The Protestant chaplain was on vacation at the moment, but we were agreeable to having the Catholic chaplain drop by instead. He was a kind young seminarian, no older than we were. We both liked him instantly. He told us it wasn't the practice to baptize stillborn babies, but they did have "naming ceremonies." Would we like to do that? We said yes, & he said to have the nurses call him, day or night, and he would come to do it for us. He also offered to call our parish priest for us. I knew he was in England for a conference, but I gave the chaplain the name of the assistant curate, a personable woman about the same age as dh & me.

My mom's flight arrived at 2:23 p.m., but by the time she picked up her luggage, met FIL & battled the Friday afternoon traffic downtown, it was 4 or 4:30 by the time she arrived at the hospital. FIL dropped her off at the corner with an overnight bag, & took her suitcase back home with him. (We had told everyone we didn't want anyone else to come to the hospital -- I just didn't think I could handle it.) I was relieved to see her walk through those doors.

"How many other hospital rooms have we been together in?" she laughed sadly as we hugged, remembering, as I did, the many times I stayed in the hospital as a child, having various tests done for my bladder condition (which I eventually outgrew). I was aware, as she hugged me, that she hadn't seen me since Christmas, hadn't seen me pregnant. And now here I was, giving birth to her dead grandchild, prematurely.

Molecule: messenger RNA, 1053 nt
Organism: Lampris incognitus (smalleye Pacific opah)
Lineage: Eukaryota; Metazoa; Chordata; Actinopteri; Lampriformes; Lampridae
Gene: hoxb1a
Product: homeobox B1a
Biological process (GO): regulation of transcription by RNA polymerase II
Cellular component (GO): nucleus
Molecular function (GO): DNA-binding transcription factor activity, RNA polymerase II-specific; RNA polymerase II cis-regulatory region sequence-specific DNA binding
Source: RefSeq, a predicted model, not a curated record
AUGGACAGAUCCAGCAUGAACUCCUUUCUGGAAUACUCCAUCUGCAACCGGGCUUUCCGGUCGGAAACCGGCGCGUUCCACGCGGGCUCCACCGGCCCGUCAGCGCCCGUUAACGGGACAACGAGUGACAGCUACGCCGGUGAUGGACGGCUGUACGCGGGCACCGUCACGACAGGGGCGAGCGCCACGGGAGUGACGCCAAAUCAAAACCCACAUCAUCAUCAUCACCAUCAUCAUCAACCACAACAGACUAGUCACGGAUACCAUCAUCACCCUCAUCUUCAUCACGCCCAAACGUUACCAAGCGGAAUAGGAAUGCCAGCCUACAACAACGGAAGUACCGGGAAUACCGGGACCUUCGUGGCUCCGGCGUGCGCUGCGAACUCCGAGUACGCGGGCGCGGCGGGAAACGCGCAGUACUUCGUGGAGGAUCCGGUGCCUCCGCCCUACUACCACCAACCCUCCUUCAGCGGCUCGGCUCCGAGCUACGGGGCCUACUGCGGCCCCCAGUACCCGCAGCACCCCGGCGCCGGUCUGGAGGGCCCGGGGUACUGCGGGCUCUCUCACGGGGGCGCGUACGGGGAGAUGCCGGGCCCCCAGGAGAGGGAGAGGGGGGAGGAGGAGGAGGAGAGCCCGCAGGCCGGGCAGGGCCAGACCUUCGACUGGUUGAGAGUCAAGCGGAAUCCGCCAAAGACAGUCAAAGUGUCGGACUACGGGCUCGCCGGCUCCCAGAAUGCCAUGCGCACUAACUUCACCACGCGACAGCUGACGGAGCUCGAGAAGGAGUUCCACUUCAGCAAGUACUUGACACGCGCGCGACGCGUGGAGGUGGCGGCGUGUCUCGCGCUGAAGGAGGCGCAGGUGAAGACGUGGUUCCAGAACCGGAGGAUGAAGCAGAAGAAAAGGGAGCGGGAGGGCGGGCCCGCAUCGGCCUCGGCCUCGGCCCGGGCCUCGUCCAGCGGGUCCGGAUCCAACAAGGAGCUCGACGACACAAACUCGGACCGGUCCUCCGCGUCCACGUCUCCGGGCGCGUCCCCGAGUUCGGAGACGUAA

She told me she'd sent my sister to the small town about an hour & a half from where she lived to tell my grandparents, who lived in the seniors' home there, about what had happened. News travels fast (especially when small towns are concerned), & she wanted someone to tell them personally. I hadn't even thought about how my grandparents should or would find out, & my heart absolutely broke at the thought of my sister -- who is not one for huge displays of emotion -- but who had been so excited at the thought of becoming an auntie -- having to do this awful thing, because of me. (She called me a night or two after we got back home. She couldn't even talk, just sniffled while *I* did all the talking!!)

Shortly after she arrived, I went the washroom, & panicked when I wiped myself & came up with a large, bloody, gelatinous mass. I asked my mother to ring for the nurse & showed her what I had found, but she seemed unconcerned, so I flushed it down the toilet. I later figured out that it was probably my mucous plug.

I was sitting on my bed at around 5 p.m., eating the tray of chicken & rice they had brought for me (I don't remember mom or dh eating -- dh probably said he wasn't hungry), when all of a sudden, the cramps started getting a whole lot more painful and frequent. I started eating faster, because I knew it was likely the last food I'd be having for awhile (a memory that makes me laugh even now when I think about it). (Dh marvels at my ability to be hungry & eat in any situation!)

Eventually, I had to call the nurse. Of course, the anestheologist was nowhere to be found (!), but they gave me a shot of something (demerol?) to help take the edge off until he could come. Dr. Ob-gyn had already left for the day, but the dr on call (an absolutely wonderful young woman